In a well-managed fleet, vehicle damages should be reported as quickly as possible, so that the possibility of breakdown is minimised, the vehicles are kept in a roadworthy condition and maintenance expense is kept to the minimum necessary. But according to a survey recently published by Venson, a provider of compliance and fleet services, there is still quite a high number of company car drivers who are still failing to report damages—not only in a timely fashion, but who are actually not reporting them at all.

According to the study carried out by Venson, around 33% of the company car drivers interviewed would not bother reporting minor damage to their employer. What is especially alarming about this figure is that the same question was put to company car drivers in 2017 and the figure was 17% of those interviewed, so the statistic has doubled in a year or so.

The survey published by Venson a few days ago also yielded other disappointing results as it seems drivers feel uninvolved in, or not responsible for, the maintenance and condition of the vehicles they drive. Over half (57%) of the interviewed view servicing as the sole responsibility of their employer, when drivers should in fact be doing simple maintenance checks and flagging issues. It is actually part of the legal obligations of fleet managers to have a system able to record and rectify vehicle defects or carry out servicing to keep vehicles safe as they are considered workplaces, and that inevitably involves the honest cooperation of their drivers. The mistaken habit of company drivers shrugging off their responsibilities, even though they are putting themselves at risk, was highlighted by the large percentage who admitted this in the 2015 Venson survey.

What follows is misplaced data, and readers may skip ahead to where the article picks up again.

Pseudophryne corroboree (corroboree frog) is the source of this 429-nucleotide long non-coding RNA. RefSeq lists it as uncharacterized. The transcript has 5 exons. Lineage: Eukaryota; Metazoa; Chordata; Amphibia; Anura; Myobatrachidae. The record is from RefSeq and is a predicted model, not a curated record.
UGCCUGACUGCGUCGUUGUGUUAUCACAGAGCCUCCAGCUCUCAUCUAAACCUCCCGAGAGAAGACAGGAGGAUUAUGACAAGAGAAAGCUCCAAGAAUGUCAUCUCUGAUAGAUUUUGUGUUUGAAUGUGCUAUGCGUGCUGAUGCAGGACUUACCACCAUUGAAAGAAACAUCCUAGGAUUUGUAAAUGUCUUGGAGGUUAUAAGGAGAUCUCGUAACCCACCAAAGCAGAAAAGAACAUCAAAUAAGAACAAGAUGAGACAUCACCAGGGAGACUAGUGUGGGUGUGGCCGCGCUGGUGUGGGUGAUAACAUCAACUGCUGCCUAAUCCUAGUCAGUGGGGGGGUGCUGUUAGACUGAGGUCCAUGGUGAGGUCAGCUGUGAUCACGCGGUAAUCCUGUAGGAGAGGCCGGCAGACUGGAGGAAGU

Moreover, 24% of the company car drivers interviewed admit they ignore dashboard warning lights and 43% of the participants do not top up water coolants: this attitude can compromise safety and lead to breakdowns which are a source of higher maintenance costs in the long run that could have easily been prevented if these types of issues were dealt with in good time.

It seems to be vital for companies to keep sensitising their drivers about the importance of vehicle checks and inspections. The risks to safety are extremely high, but an irresponsible attitude can also result in maintenance bills rocketing or vehicles being stopped on the roadside and not being allowed to continue their journey for being non-compliant.

Having a system that is simplifying the process of regular vehicle checks would go a long way to solving the issue; an issue that it is probably not just down to a lack of responsibility on behalf of the drivers, but also caused by the absence of a sound process for defect reporting, or one that is inefficient and time consuming. Call us if you want to get started with a fast and errorless vehicle defect reporting system—or get a free trial now.

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Topics: Fleet Management, fleet compliance